On April 28, 2009, the governor of the Bank of Canada, Mr Mark Carney, and the senior deputy governor, Mr Paul Jenkins, appeared before the Standing Committee on Finance, on which I sit, to discuss the Bank’s interventions in dealing with the economic crisis. I asked them a question on quantitative easing, which is the method used by the Bank to increase the money supply when interest rates are close to zero. You can also watch this exchange on the following video clip (mostly in French) or read the adapted transcription below. -- 5 May 2009
Maxime Bernier: In the annex to your Monetary Policy Report, which you tabled last week, you explain how the Bank of Canada will proceed with what the experts call quantitative easing or, in other words, how it will increase the amount of credit in the economy. You traditionally do that by buying treasury bills.
In the context of this exceptional measure, you could also do so by buying financial assets from the private sector, that is to say the shares or bonds of individual private businesses. The bank will buy those assets by creating money out of nothing.
I must first tell you to what extent this practice of creating money out of nothing and artificially inflating credit troubles me. The inflationary theories of Keynes have been discredited for a number of decades. However, you’d think everyone has suddenly become a Keynesian. If creating new money and inflating credit could really stimulate growth, there would never be recessions or economic slowdowns.
In fact, a number of economists believe that excessive money creation caused this crisis. Excessively easy credit during most of this decade purportedly caused bubbles, particularly in the finance and real estate sectors. A recession occurs when those bubbles burst and the economy has to readjust. If it was easy credit that caused the bubbles and the crisis, I would like to understand how we can hope to get out of the crisis by further increasing credit. By doing that, don’t we risk further distorting the economy?
Some say that quantitative easing is now the path to take, since it is practised at most other central banks of the major countries. However, if Canada experiences a less severe crisis because its monetary policy is more conservative and more prudent than those of its partners, it seems to me that doing the same thing as the others is not necessarily the best option.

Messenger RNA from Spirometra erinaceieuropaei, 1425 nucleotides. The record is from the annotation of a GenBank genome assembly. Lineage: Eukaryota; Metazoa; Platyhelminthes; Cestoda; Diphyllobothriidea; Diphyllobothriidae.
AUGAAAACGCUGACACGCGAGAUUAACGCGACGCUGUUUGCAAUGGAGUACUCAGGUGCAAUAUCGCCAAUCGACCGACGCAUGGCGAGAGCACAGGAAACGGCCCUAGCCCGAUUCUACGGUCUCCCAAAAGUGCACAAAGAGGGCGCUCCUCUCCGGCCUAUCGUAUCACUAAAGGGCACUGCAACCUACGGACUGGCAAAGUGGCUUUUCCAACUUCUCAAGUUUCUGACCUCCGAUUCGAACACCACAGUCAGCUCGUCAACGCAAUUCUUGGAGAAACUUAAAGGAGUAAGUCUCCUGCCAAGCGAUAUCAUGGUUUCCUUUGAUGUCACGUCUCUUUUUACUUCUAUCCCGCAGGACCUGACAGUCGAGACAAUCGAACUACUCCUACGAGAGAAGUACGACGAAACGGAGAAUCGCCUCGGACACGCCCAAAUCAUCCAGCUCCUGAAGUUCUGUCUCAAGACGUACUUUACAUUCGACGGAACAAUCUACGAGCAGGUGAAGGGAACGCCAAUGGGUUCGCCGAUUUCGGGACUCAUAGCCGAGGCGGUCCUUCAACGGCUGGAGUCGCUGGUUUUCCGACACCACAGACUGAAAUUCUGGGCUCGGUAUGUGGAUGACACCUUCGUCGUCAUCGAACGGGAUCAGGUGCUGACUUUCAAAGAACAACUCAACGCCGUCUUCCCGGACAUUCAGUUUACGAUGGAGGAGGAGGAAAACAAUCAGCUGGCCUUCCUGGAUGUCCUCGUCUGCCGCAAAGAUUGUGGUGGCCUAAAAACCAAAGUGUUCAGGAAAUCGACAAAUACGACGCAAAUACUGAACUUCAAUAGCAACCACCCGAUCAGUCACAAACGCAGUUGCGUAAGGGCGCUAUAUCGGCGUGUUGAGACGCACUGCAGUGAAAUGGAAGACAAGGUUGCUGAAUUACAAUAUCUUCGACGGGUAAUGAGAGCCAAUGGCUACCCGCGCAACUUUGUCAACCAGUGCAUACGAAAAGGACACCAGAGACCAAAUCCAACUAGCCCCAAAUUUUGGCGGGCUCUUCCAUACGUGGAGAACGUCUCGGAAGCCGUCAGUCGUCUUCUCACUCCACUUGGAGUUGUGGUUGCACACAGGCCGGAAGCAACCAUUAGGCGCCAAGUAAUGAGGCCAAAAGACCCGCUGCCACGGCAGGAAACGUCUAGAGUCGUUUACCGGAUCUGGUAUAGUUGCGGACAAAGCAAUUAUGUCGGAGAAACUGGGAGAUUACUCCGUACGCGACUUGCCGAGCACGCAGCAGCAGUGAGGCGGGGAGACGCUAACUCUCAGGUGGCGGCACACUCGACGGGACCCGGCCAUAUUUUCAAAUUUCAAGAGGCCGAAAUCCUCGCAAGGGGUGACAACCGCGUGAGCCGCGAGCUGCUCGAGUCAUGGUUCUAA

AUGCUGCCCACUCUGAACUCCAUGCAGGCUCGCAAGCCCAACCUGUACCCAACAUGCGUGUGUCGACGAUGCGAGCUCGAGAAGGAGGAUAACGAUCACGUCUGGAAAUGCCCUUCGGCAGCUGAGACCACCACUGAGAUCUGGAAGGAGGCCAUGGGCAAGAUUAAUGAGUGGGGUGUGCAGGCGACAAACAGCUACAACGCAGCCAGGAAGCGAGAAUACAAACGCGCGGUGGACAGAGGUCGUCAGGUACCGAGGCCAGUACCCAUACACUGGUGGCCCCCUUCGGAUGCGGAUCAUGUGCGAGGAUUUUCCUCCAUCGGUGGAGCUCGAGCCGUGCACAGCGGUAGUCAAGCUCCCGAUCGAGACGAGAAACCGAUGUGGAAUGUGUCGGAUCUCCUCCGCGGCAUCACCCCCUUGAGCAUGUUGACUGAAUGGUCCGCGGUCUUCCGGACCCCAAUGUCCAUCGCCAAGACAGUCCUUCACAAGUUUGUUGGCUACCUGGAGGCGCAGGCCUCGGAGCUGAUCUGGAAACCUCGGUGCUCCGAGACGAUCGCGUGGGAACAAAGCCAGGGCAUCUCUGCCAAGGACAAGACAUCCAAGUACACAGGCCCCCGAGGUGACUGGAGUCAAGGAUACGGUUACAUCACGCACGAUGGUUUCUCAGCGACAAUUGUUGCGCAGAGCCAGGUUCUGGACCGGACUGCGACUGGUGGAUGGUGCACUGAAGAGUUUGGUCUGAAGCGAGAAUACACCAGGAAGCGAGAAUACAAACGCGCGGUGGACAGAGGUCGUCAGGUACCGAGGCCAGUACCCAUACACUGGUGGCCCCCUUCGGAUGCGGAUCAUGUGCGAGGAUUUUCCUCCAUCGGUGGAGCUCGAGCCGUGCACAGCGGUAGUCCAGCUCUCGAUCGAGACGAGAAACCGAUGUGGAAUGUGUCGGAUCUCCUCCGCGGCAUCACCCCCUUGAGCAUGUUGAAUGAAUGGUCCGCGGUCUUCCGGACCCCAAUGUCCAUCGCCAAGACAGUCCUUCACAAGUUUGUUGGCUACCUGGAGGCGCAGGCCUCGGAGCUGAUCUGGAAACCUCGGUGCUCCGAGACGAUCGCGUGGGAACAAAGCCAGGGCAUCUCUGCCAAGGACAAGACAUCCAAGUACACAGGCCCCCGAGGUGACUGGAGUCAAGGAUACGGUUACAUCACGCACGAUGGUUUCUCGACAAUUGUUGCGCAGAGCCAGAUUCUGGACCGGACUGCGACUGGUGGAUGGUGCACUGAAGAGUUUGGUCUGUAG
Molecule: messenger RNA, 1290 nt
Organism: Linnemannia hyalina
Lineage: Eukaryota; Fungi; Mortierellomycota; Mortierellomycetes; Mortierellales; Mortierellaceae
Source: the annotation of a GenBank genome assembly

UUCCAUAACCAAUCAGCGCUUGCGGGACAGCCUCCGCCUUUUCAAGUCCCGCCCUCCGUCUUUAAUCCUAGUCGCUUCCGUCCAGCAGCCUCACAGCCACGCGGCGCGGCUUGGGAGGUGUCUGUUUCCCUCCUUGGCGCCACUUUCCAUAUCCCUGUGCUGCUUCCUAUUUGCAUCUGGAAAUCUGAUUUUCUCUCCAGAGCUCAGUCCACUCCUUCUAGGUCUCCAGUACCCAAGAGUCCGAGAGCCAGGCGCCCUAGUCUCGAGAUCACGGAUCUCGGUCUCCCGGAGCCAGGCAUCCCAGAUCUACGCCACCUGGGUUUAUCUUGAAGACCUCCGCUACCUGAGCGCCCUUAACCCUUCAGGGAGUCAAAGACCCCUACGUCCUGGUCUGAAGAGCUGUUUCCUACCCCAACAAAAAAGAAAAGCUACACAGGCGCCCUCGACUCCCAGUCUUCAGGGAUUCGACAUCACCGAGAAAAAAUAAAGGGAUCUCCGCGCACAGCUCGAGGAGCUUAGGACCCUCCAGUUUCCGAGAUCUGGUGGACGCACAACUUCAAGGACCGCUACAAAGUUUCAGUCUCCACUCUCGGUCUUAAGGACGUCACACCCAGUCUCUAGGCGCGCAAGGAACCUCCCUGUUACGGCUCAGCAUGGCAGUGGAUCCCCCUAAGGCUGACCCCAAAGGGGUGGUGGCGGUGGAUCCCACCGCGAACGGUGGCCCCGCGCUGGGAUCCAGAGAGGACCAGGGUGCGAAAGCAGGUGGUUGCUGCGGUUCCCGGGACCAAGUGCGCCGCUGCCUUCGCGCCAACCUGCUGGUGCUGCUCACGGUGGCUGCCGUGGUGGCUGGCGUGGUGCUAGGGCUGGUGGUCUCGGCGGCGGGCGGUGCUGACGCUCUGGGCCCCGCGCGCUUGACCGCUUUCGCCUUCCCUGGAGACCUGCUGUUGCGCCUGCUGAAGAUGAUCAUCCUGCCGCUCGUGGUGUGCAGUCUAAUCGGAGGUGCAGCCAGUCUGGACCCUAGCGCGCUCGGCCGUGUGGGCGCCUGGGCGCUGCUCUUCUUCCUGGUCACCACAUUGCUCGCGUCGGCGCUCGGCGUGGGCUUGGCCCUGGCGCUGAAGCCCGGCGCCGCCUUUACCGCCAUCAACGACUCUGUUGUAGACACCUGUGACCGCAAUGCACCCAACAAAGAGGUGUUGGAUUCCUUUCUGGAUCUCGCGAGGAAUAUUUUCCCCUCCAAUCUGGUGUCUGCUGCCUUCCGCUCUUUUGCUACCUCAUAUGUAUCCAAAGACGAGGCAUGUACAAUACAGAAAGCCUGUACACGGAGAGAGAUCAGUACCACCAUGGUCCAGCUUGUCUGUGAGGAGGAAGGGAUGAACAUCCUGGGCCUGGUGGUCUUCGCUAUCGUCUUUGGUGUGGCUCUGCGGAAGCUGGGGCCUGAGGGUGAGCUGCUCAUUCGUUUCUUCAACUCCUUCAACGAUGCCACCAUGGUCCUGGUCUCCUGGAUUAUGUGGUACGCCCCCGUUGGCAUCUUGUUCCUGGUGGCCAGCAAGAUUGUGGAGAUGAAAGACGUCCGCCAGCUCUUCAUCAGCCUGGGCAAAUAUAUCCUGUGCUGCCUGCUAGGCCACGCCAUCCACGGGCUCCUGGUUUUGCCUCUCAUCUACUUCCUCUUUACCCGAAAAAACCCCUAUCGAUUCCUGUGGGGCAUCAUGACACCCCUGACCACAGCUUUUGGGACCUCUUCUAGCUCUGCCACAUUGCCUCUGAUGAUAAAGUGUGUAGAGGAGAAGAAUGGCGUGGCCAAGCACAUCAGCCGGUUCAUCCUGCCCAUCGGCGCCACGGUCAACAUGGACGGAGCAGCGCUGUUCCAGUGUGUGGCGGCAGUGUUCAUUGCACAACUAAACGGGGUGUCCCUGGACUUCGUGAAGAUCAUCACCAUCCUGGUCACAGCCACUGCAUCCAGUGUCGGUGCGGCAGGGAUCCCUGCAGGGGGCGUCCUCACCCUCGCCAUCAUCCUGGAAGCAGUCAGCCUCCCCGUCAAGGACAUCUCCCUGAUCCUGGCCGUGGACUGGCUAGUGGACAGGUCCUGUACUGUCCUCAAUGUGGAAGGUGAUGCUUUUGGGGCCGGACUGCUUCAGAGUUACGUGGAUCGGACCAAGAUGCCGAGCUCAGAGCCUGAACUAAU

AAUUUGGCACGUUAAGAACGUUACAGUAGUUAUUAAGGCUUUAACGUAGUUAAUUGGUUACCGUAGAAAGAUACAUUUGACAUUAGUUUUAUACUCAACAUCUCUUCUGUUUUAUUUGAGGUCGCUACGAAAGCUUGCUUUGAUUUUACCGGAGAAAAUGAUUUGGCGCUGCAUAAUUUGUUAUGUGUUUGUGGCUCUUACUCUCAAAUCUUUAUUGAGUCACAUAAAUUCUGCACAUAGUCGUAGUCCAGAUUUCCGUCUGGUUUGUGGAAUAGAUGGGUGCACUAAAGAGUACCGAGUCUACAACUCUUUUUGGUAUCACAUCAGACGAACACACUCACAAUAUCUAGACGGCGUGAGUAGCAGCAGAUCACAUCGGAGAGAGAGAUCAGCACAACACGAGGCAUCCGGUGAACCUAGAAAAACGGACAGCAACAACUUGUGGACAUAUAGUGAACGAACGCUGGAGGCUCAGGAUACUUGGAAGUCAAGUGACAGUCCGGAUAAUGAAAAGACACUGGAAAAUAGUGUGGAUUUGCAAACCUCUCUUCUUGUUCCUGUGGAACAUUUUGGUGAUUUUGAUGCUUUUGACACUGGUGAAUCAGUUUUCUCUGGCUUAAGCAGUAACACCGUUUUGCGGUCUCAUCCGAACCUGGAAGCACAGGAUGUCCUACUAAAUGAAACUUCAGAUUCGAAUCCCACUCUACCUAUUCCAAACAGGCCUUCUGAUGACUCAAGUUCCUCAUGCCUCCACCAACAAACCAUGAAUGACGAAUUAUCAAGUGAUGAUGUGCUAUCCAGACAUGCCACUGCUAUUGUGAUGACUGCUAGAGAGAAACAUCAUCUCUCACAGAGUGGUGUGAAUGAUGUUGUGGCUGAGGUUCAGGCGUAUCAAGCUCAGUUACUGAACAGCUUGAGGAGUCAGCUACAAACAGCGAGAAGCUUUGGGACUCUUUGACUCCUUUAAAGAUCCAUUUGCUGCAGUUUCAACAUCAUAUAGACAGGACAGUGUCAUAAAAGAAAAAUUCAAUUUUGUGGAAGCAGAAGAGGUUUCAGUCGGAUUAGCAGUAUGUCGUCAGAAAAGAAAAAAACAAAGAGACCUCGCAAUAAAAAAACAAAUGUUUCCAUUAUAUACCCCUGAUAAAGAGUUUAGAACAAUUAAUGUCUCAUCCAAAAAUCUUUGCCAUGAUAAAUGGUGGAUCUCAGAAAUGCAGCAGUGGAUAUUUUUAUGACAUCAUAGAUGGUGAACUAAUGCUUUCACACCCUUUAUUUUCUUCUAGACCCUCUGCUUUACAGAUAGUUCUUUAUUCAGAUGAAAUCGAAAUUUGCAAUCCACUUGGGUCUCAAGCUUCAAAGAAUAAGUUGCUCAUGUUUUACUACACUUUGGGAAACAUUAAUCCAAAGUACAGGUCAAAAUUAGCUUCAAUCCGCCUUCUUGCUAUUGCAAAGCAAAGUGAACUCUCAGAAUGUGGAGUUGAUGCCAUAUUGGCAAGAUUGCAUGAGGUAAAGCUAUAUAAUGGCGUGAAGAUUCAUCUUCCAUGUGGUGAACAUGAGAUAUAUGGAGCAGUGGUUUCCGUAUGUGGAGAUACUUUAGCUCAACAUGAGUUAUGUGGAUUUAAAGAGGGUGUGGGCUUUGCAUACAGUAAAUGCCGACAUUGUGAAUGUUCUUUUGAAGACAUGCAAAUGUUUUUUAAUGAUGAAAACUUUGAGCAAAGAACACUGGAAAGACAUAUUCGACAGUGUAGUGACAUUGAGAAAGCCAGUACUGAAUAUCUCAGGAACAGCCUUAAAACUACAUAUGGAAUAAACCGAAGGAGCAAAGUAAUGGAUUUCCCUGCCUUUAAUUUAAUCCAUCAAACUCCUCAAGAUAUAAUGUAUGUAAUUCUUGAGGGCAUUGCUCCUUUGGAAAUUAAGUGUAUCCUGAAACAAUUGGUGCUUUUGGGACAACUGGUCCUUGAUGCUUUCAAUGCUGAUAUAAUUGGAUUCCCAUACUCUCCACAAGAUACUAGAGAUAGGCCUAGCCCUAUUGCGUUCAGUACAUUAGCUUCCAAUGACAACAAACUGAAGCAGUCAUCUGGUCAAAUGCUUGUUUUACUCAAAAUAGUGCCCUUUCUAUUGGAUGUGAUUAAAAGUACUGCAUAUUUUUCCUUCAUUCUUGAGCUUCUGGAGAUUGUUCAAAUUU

Mr. Carney, in your report, you admit that purchasing private assets will increase their prices and that that will be done in a neutral manner with respect to sectors and assets of a similar nature. How can you remain neutral, when there are thousands of different financial assets in various sectors? Isn’t the bank running the risk of putting itself in a position where it will favour certain sectors or businesses over others?
Mark Carney: Thank you for your question. First, I would like to emphasize a few points. The objective of these transactions would be… I’m using the conditional for a reason. This isn’t the Bank of Canada’s plan, but it is one card up our sleeve, only in the event it becomes necessary to promote greater monetary easing as a result of a negative shock. We would have options, such as easing credit rules. The purpose of these transactions is to improve financial conditions, credit conditions across Canada as a whole.
As regards neutrality with respect to similar sectors, we can use adjudication, for example. That is one way to be neutral with respect to certain sectors. It’s one tool used by the Bank of England to ease credit.
With respect to your reference to Mr. Keynes, I would simply like to emphasize that it is more a question of Mr. Friedman than Mr. Keynes, this idea of the relationship between the money supply and inflation. In that context, even though our situation and our financial conditions in Canada are better than elsewhere-and that’s the truth-they are nevertheless difficult and are remaining difficult. The velocity of money fell, so that relationship, that danger is much less, as a result of the recession and the global financial crisis.
Paul Jenkins: There are other techniques that can be used to achieve a neutral impact. For example, we could think of the indices. There are techniques that a central bank can use to achieve a neutral impact.
Mark Carney: The Bank of Canada has no interest in pursuing an industrial policy.
Maxime Bernier: I’m very pleased to learn that you’re talking about quantitative easing in the conditional only and that you won’t automatically resort to it. If Canada’s economic position requires it, you’ll have another option in your tool box. I believe that’s very healthy.
With regard to the neutrality issue, if I understand correctly, it’s perhaps not so much the direct purchase of securities in the stock or bond markets, but rather the indices in the various sectors that could help achieve a neutral impact.